When tennis pro Richard Spurling married child neurologist Shefali Jeste, they decided to also marry their skill sets to create a tennis program (his expertise) that would help children with autism spectrum disorders (ASD, her specialty).
The benefits of physical exercise for children who have difficulty focusing, struggle with social interaction, and may have language impairment, repetitive behaviors and restricted interests have long been documented. However, there weren’t specific studies involving tennis for this group. Spurling thought tennis would be a good fit if fun, rather than skill development, could be emphasized. Jeste knew that motor function is critical for language development, social learning and cognitive ability. So together they developed a fun program with a goal of improving both gross and fine motor skills.
Thus, ACEing Autism was born in 2008, and now several programs are underway from coast to coast (Boston, New York and Los Angeles) with a couple in between (Nashville and Palm Beach). The raving testimonials from parents and their happy, excited children clearly show that their system works. Tennis is a perfect exercise to promote eye-hand coordination and motor skill development while providing an outlet for social interaction with other children, an environment often not available to those with ASD. Their attention spans improve, and they come away with a sense of accomplishment and a feeling of belonging to a group, all while having fun.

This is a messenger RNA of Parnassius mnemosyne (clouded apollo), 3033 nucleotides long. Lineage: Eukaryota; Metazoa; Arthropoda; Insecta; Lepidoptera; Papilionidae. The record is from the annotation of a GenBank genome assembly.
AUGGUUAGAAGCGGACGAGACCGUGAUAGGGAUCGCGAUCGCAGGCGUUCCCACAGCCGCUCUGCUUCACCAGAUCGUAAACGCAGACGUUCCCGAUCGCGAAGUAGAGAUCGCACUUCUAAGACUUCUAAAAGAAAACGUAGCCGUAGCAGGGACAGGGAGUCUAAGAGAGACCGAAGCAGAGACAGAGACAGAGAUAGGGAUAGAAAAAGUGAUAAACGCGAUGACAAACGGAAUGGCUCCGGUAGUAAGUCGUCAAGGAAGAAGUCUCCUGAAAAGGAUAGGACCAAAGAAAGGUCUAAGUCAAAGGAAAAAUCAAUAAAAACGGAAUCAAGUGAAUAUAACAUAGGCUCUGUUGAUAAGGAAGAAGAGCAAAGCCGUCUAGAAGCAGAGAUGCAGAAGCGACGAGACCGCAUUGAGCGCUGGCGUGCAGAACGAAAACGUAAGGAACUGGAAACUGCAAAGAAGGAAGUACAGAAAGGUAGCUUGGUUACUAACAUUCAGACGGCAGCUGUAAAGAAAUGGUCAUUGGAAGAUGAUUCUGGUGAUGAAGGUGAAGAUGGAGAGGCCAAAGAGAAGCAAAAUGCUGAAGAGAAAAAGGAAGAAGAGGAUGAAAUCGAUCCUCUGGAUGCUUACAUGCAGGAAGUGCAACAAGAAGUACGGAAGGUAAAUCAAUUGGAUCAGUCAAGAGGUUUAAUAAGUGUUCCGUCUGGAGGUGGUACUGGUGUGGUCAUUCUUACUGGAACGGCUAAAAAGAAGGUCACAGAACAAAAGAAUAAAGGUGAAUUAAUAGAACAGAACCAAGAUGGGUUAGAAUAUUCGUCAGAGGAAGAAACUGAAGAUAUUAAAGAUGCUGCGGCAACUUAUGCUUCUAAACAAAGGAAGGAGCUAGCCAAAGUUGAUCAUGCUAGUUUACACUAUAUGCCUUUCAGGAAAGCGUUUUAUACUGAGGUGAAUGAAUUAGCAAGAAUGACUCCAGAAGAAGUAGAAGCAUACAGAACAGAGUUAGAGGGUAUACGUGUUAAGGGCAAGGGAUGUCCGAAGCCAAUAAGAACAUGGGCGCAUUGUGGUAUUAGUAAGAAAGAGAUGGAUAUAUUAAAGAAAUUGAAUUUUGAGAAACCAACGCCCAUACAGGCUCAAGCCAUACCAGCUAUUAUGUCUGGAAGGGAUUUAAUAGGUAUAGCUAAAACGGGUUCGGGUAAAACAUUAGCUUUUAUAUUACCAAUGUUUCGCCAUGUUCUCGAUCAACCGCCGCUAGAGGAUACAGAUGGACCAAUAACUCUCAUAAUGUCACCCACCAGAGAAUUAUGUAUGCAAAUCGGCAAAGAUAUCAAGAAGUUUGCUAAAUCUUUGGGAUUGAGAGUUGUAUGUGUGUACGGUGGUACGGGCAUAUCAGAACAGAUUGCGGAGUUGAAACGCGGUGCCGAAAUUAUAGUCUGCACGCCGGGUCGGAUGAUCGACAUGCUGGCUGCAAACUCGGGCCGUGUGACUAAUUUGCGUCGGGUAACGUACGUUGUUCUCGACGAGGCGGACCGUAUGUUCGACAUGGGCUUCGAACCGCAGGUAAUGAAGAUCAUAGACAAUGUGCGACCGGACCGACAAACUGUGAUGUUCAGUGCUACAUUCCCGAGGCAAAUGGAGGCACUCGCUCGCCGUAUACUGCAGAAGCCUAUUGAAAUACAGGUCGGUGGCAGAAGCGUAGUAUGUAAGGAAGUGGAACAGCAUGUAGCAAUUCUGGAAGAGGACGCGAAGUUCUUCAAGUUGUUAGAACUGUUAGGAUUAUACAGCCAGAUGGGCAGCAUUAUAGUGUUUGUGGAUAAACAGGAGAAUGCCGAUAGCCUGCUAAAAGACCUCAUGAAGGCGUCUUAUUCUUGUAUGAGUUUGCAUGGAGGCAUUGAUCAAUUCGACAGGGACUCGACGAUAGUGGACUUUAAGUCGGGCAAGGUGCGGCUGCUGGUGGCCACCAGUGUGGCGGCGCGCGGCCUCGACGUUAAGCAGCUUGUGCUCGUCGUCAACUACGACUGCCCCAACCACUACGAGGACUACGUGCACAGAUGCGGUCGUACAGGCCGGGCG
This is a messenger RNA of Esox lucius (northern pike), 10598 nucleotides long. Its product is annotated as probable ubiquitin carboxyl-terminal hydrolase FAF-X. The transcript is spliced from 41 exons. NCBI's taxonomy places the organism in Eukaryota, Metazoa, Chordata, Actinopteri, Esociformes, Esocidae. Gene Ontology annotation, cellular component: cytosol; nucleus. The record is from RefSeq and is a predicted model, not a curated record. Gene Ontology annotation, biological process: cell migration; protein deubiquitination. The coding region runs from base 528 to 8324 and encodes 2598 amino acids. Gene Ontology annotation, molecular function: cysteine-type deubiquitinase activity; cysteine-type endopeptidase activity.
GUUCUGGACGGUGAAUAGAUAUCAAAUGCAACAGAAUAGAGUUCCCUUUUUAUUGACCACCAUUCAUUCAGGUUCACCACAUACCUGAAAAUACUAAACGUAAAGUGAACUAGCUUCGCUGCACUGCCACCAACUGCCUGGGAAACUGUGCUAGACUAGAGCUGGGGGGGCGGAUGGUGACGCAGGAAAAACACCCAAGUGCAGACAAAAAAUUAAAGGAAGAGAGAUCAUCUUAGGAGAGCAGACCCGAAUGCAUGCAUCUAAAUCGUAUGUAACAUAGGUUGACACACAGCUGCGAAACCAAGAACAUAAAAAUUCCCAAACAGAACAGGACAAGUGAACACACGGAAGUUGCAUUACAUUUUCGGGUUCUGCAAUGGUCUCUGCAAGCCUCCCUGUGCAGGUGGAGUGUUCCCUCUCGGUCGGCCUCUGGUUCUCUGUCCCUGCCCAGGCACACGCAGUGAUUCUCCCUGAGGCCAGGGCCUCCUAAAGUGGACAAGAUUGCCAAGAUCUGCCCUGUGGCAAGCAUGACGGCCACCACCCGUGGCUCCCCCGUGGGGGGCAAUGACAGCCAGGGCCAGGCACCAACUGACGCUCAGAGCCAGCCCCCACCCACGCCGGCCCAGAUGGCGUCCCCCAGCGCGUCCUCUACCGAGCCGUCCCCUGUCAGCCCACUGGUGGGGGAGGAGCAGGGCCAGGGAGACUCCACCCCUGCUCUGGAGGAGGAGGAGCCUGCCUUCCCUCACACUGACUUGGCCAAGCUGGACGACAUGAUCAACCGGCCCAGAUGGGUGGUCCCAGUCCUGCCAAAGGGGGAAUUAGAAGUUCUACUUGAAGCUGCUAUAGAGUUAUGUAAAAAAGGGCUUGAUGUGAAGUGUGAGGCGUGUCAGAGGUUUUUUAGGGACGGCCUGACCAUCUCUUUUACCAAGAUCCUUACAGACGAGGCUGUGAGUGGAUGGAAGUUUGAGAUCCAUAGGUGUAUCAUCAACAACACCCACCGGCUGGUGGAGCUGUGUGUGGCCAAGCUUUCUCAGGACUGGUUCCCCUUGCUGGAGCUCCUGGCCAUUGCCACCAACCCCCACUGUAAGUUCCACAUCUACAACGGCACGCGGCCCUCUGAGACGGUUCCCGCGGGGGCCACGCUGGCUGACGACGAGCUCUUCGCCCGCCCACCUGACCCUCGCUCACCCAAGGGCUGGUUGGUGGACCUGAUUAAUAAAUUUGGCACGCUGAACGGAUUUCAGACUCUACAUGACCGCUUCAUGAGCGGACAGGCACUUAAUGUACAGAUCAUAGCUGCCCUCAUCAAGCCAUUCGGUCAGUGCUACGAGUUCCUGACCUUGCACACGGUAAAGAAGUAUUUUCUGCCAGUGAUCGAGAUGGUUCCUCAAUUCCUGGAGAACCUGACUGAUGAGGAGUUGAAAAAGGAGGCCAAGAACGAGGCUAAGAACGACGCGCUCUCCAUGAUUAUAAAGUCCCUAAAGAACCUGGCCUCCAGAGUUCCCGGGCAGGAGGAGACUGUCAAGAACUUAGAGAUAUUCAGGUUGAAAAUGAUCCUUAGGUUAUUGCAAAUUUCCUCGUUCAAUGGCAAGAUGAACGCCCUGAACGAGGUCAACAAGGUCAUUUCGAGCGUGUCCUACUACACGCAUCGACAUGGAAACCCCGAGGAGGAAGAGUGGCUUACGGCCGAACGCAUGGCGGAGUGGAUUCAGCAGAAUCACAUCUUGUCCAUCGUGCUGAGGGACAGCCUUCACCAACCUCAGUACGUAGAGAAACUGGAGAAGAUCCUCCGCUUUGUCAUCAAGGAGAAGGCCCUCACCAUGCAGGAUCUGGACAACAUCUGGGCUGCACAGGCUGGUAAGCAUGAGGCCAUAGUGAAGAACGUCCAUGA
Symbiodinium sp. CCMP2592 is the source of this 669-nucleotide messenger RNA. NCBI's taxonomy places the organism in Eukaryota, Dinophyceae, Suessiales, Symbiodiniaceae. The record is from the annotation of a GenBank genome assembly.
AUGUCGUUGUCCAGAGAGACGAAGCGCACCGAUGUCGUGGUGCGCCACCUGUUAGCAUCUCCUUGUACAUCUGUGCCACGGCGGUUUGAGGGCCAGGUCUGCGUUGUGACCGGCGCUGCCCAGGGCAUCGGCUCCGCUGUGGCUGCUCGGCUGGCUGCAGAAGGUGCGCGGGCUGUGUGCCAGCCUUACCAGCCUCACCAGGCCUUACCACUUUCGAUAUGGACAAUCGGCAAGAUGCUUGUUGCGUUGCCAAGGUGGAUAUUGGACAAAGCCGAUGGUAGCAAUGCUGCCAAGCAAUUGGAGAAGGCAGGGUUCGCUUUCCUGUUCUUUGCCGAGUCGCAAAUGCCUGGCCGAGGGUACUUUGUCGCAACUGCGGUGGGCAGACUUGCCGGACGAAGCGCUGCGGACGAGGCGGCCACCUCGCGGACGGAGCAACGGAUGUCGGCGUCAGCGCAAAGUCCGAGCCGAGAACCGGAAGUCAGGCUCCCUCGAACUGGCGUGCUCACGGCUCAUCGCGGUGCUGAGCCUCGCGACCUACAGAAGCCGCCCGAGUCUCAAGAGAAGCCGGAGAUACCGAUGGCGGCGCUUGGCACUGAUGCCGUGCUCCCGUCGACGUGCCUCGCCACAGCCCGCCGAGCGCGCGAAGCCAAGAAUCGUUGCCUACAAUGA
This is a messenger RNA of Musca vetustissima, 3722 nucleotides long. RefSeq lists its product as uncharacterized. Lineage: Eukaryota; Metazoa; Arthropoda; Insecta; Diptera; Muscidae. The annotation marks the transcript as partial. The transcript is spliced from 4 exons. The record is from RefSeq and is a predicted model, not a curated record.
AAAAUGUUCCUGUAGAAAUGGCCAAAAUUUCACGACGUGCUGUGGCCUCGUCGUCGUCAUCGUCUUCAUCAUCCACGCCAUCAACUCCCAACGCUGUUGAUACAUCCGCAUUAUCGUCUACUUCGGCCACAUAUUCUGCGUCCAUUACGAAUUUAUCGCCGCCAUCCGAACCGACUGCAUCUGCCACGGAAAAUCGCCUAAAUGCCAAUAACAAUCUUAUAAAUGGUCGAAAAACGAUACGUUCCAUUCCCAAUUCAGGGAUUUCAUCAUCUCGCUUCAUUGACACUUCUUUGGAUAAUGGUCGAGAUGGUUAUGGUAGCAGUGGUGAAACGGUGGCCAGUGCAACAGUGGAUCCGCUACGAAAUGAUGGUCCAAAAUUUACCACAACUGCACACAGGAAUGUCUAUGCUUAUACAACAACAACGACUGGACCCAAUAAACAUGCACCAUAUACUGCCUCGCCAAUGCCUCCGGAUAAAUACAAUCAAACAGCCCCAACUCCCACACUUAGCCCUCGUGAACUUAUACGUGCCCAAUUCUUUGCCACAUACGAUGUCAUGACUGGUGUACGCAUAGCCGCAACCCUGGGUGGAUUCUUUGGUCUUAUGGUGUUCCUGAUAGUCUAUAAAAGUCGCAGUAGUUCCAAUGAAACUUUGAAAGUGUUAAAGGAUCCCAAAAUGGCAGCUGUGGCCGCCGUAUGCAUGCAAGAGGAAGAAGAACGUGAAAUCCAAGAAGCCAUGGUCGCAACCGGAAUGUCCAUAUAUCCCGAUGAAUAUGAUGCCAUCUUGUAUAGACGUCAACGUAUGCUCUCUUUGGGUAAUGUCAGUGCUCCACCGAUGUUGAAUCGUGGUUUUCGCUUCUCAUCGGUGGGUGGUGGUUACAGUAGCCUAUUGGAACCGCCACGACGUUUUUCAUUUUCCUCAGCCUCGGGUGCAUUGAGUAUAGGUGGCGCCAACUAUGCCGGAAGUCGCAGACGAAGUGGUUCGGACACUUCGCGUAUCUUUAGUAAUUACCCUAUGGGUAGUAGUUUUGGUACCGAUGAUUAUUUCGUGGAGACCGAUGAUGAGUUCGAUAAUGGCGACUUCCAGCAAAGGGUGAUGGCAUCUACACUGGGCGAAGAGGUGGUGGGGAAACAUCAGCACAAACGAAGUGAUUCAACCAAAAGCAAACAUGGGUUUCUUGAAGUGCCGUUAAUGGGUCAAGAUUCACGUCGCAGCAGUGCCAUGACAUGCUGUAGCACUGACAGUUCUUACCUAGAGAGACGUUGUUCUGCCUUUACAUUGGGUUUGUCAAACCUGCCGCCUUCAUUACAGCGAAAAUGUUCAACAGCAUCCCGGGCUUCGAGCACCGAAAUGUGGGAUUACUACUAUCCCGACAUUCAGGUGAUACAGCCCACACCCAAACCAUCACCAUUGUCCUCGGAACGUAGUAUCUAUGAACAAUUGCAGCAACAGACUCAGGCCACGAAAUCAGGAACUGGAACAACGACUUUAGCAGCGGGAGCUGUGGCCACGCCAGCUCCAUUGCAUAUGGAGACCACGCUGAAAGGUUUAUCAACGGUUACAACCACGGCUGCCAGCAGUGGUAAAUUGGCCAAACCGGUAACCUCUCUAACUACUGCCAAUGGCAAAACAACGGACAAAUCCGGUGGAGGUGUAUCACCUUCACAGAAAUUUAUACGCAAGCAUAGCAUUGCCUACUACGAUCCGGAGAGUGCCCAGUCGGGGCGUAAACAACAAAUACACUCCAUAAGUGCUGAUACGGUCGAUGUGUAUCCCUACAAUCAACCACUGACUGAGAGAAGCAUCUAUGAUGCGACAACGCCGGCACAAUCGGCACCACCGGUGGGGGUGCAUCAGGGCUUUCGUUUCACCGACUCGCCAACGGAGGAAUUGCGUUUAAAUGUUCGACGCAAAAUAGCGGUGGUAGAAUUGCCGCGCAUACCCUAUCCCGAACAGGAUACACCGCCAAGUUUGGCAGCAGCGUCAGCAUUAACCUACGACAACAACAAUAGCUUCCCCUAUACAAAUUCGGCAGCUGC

ACEing Autism utilizes the USTA’s format of short courts and soft balls used for 10-and-under tennis, while being structured specifically for these special children. Formal assessments of each child’s pre- and post-program function have resulted in putting measures in place so that the Spurlings’ system can be used anywhere. Visit www.aceingautism.com for more information about bringing tennis to ASD children in your community.
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